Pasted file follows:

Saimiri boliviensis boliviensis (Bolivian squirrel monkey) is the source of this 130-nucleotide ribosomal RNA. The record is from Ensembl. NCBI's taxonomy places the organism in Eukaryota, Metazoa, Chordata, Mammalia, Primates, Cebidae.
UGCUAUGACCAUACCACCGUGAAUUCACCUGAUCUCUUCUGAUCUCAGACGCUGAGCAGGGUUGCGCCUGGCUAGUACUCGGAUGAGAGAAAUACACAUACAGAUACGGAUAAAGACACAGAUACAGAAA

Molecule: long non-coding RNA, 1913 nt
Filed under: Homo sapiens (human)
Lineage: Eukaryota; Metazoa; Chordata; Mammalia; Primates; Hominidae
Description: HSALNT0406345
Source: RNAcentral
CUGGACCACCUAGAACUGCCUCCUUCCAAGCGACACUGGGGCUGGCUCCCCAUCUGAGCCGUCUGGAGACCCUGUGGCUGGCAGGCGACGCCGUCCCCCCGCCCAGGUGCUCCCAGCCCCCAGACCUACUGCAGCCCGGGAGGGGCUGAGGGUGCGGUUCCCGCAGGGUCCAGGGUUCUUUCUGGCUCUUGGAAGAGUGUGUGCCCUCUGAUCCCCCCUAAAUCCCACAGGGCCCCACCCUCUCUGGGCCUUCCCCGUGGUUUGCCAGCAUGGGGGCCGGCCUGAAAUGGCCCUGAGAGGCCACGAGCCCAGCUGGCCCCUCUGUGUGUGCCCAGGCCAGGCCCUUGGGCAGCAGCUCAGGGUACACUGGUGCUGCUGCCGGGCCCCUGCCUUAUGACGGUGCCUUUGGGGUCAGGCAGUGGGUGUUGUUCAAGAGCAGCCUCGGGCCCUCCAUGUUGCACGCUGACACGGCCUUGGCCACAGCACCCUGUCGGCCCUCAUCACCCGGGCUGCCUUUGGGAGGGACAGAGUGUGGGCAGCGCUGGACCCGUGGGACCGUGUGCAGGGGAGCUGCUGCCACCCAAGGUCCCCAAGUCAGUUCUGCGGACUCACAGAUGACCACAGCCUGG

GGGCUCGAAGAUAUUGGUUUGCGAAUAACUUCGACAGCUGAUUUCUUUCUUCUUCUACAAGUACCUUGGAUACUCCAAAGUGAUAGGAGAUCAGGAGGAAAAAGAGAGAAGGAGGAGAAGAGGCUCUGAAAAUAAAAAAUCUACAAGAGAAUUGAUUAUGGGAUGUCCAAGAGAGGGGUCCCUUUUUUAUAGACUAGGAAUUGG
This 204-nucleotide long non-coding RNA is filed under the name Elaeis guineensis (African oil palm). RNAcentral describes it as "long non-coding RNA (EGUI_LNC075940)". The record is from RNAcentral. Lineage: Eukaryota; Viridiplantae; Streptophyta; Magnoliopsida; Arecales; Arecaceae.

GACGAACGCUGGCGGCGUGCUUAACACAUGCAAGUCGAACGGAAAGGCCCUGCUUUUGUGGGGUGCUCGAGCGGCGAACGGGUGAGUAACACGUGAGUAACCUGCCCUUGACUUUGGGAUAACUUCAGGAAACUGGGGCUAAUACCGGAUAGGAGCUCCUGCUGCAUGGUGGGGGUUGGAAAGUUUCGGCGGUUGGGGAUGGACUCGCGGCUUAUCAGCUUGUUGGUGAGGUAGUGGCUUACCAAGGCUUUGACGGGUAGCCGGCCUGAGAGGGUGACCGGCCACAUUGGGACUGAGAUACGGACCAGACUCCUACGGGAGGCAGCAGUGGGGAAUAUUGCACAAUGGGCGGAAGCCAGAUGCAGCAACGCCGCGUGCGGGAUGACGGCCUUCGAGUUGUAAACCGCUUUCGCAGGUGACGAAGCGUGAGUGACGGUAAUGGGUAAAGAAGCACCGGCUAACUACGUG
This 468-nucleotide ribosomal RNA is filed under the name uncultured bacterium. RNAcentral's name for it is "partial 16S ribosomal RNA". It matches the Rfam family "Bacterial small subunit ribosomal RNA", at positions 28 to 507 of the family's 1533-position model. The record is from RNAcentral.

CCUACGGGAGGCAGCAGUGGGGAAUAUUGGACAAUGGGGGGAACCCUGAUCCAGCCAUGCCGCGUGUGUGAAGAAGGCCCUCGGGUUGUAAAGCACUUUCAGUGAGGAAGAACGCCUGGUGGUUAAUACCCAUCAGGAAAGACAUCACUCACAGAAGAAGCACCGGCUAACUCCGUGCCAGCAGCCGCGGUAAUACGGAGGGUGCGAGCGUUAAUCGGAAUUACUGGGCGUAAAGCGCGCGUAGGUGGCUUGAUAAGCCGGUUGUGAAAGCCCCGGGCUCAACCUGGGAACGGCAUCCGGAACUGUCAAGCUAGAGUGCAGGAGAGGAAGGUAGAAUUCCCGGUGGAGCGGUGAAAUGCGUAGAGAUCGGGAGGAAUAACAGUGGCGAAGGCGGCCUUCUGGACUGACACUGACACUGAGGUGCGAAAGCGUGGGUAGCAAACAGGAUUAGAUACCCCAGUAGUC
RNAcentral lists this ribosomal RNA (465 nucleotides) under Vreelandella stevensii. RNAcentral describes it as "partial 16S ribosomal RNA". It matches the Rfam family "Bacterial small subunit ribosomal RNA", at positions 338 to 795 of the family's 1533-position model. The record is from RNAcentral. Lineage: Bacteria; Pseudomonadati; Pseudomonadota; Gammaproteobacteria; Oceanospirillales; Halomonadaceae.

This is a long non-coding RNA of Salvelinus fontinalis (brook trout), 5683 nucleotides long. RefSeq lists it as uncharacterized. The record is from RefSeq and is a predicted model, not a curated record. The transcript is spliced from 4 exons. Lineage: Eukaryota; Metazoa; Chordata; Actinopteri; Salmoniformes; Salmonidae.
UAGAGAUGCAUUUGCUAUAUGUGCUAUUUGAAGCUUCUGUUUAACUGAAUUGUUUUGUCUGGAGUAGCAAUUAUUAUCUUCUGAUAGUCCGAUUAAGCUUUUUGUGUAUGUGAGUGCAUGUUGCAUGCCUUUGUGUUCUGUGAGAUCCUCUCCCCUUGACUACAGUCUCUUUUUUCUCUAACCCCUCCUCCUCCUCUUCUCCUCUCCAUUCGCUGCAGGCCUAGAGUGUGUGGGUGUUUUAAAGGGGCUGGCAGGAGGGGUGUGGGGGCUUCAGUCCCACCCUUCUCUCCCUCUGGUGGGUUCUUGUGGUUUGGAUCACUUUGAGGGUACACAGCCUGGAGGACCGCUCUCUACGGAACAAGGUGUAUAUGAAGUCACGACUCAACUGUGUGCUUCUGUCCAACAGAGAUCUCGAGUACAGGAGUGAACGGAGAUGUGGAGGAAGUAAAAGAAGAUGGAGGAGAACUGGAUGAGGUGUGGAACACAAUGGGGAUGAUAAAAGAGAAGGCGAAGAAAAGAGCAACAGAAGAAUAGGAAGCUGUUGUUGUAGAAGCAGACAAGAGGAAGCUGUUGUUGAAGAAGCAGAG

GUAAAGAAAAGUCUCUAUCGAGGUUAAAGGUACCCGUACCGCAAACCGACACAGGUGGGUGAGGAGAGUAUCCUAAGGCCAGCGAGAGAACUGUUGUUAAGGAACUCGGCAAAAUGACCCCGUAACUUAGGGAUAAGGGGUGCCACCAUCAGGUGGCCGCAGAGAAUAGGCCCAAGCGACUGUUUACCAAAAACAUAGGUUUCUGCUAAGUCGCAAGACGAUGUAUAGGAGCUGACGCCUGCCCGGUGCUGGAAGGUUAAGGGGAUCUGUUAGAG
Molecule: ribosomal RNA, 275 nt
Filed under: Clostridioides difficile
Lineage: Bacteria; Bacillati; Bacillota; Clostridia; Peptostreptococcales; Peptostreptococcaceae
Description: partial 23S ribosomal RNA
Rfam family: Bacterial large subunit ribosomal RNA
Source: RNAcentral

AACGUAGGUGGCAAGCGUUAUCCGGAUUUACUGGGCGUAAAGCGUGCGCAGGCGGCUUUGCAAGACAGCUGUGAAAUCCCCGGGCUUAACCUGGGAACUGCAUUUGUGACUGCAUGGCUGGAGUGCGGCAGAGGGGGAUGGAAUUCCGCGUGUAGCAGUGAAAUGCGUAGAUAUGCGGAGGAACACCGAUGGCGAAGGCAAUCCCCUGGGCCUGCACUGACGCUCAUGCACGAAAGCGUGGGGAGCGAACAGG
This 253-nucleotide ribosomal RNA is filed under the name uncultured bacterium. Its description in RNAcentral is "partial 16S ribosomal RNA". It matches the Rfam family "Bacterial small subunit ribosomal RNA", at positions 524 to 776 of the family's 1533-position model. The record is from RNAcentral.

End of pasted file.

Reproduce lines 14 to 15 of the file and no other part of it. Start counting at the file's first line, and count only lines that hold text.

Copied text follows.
RNAcentral lists this ribosomal RNA (465 nucleotides) under Vreelandella stevensii. RNAcentral describes it as "partial 16S ribosomal RNA". It matches the Rfam family "Bacterial small subunit ribosomal RNA", at positions 338 to 795 of the family's 1533-position model. The record is from RNAcentral. Lineage: Bacteria; Pseudomonadati; Pseudomonadota; Gammaproteobacteria; Oceanospirillales; Halomonadaceae.

This is a long non-coding RNA of Salvelinus fontinalis (brook trout), 5683 nucleotides long. RefSeq lists it as uncharacterized. The record is from RefSeq and is a predicted model, not a curated record. The transcript is spliced from 4 exons. Lineage: Eukaryota; Metazoa; Chordata; Actinopteri; Salmoniformes; Salmonidae.